How the nose, eyes may hold early clues to Alzheimer's

Subtle shifts in our senses of sight and smell may offer early clues to Alzheimer's disease, before memory symptoms begin to surface, say researchers who presented new data at the Alzheimer's Association International Conference in Toronto this week.

It looks like "the eyes and the nose are a window to the brain," observed CBS News medical contributor Dr. David Agus.

One of the studies found that a thinning of the retinal nerve fiber layer in the eye tended to occur in people who performed more poorly in testing of cognitive skills like memory, reasoning and reaction time.

Agus, appearing on "CBS This Morning," said the finding makes sense. "If you look in the eye, the retinal nerve that comes out of the brain, if it gets narrower, that's an indicator of the onset of Alzheimer's."

Another study that focused on the sense of smell and involved a panel of 40 scratch-and-sniff surfaces scented with a range of familiar scents including turpentine, lemon, licorice, bubble gum and even "eau de skunk."

"If you can identify over 35 of them, you have a much lower chance of progressing to Alzheimer's. Below 35, it shows that it might be starting," said Agus.

It's not the sensitivity of the nose itself that diminishes, he pointed out. Rather, as cognitive impairment develops, the brain is less capable of identifying what those smells are.

The hope is that such tests could eventually lead to an easier way to accurately diagnose Alzheimer's early on -- a welcome alternative to having to undergo injections and imaging of the brain, including exposure to radiation.

Can you train your brain?

Another new study presented at the Alzheimer's conference focused on whether it's possible to ward off Alzheimer's by training your brain with a specially-designed computer game.

"This is a game where you either looked at memory, reasoning or processing. Speed processing -- if you did it for an hour for ten times -- decreased the incidence of Alzheimer's by over 30 percent over ten years. If you did a refresher at one and three years, [there was] a 48 percent reduction," said Agus about the research, dubbed the ACTIVE trial. "Those are dramatic numbers. We've never had a game that actually decreased dementia."

However, it's unclear whether these promising results will hold up under further testing.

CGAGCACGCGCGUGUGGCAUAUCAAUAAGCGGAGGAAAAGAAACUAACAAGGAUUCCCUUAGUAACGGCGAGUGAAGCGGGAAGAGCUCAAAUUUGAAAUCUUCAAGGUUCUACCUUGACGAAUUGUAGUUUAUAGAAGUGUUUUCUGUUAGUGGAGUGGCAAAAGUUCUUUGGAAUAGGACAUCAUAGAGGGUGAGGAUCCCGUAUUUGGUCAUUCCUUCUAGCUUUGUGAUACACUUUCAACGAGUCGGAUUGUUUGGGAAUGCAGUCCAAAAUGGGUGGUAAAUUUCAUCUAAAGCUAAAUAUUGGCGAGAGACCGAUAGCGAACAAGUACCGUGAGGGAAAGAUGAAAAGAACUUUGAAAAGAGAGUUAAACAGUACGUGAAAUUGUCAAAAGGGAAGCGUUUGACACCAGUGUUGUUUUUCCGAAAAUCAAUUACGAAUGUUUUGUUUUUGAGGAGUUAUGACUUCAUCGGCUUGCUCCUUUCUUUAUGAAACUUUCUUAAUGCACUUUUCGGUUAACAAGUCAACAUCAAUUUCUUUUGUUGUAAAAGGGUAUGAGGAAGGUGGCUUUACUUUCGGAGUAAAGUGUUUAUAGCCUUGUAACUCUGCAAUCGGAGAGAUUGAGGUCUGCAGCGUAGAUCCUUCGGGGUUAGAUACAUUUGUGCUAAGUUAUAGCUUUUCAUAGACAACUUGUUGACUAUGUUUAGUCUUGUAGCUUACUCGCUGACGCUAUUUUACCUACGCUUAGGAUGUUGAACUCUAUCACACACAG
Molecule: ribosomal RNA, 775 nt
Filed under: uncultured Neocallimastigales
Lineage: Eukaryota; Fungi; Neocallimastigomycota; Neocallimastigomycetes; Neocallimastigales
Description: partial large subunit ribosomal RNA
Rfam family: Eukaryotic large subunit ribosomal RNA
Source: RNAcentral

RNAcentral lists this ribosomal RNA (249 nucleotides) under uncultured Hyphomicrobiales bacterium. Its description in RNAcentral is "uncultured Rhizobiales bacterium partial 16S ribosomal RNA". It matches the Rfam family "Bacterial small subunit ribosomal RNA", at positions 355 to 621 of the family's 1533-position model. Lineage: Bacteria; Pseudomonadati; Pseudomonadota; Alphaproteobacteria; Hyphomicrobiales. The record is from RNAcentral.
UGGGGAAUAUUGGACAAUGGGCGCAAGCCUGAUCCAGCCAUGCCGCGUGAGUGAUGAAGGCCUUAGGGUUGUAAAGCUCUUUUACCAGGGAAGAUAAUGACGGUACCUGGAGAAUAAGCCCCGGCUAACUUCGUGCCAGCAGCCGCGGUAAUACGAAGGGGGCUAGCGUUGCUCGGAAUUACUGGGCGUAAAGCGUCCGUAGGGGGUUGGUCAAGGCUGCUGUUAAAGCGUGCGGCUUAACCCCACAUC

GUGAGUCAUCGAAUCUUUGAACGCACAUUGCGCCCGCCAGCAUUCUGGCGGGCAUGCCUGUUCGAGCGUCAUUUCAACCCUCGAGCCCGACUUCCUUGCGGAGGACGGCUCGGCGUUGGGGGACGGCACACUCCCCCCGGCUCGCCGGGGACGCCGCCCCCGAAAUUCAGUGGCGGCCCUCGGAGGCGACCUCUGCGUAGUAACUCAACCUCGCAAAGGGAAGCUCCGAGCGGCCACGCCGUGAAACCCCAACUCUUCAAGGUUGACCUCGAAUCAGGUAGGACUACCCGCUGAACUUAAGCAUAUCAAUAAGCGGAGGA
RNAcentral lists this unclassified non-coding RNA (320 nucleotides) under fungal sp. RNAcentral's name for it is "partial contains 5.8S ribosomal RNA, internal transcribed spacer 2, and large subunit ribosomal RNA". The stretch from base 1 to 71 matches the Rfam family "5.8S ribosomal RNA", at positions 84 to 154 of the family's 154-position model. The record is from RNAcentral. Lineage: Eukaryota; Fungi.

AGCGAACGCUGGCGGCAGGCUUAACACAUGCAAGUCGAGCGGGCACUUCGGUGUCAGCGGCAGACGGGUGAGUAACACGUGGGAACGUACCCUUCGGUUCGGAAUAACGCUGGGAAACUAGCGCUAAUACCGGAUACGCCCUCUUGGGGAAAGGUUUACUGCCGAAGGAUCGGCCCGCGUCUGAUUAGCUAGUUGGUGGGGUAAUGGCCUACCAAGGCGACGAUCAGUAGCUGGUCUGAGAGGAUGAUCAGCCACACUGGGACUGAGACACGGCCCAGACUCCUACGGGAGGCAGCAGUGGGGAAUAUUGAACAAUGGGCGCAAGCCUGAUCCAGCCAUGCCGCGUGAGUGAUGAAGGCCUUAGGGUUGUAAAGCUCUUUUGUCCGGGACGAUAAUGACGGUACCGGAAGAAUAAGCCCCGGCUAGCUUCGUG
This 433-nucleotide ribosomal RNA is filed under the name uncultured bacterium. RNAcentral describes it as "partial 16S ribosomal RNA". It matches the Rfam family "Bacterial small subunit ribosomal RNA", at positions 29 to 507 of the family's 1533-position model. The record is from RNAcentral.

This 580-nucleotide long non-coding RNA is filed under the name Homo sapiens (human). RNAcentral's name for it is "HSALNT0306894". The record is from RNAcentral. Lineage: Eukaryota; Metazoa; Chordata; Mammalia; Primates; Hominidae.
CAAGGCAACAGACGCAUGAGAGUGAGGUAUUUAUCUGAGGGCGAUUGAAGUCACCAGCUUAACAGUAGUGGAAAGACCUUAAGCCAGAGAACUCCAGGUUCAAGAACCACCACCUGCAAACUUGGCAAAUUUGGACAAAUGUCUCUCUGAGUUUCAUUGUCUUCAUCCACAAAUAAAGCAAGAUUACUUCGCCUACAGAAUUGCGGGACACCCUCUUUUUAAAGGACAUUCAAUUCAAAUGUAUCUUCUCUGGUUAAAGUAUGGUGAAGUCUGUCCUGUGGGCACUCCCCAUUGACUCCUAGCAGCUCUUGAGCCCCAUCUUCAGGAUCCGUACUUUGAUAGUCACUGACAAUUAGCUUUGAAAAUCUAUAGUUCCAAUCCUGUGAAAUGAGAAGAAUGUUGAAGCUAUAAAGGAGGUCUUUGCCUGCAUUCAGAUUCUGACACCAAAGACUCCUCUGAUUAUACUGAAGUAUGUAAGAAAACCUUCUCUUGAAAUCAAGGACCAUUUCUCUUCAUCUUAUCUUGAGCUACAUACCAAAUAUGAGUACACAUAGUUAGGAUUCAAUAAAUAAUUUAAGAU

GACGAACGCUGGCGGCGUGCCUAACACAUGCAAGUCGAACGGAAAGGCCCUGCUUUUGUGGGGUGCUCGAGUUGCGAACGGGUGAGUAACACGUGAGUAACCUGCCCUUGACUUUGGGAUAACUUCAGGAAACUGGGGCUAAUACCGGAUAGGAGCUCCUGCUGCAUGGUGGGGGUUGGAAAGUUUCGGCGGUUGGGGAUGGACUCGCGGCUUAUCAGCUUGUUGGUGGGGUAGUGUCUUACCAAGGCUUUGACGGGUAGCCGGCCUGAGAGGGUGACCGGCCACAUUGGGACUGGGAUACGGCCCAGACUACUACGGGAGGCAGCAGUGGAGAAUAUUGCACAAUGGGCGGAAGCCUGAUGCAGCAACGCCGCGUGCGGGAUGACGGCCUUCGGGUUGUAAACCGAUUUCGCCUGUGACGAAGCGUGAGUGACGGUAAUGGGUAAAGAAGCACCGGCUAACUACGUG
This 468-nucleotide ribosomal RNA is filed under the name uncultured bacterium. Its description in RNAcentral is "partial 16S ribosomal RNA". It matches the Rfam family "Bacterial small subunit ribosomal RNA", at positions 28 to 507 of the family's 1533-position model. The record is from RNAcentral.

"We just don't know. And it's not taking people in this computer game study and reversing [mental decline]," Agus clarified. "It's delaying the incidence, which is just as good as a win in these cases. Obviously, all of us want to delay this horrible disease that steals the soul."

But Hilda Bastian, a blogger for the PLOS Blogs (PLOS is a peer-reviewed scientific journal) argues that claims about the benefits of the brain training game are being blown out of proportion with sensational headlines.

"It's just a few months since the US Federal Trade commission fined a company $2 million for false advertising based on brain training claims like this. And in October 2014, an international scientific consensus statement tried to stem this tide. Yet here we are again," she wrote.

Bastian noted that the study has not yet been peer-reviewed or published in a scientific journal -- it's only an abstract that was presented at the Alzheimer's conference, so other researchers have not had the opportunity to vet the data.

"Details that come out about trials later are often quite different to what was presented at conferences," she explains. "A study of cardiology articles post-conferences from 1999-2002 found around 40 percent had discrepancies, and a sports medicine study found 63 percent had at least one major issue. And the day before this ACTIVE trial hype landed, I had tweeted about a study that probably has the record on these discrepancies: 96 percent - plastic surgery FTW!"

Bastian, also the chief editor of PubMed Health, part of the U.S. National Library of Medicine (though she notes that her PLOS blog is based solely on personal opinion), questioned the methodology used in the trial, too.

"The trial was not set up with methods designed to be able to answer the question about an effect on dementia," she wrote. "As the trial progressed, with little impact being found, the trial was modified -- trying to boost the impact."

Growing problem of Alzheimer's

About 5.4 million people in the U.S. have Alzheimer's -- one in nine people age 65 and up -- and it's the sixth leading cause of death, according to the U.S. Centers for Disease Control and Prevention and the Alzheimer's Association.

Agus said he's hopeful, though, that research is moving in the right direction and we'll one day be able to beat the disease.

"I'm an optimist. I see what's going on. For the first time now, we have drugs in development that are hitting the biologic processes involved in Alzheimer's. And so there is a lot of excitement there," he said.

What else can people do to reduce the risk of developing Alzheimer's?

"We can be lean -- body mass. We can exercise. We can take care of our blood vessels. We can do all of the things that have been shown or possibly associated [with reducing risk]. But I'm really optimistic because some of the drugs in clinical trials now, I think are going to show benefits."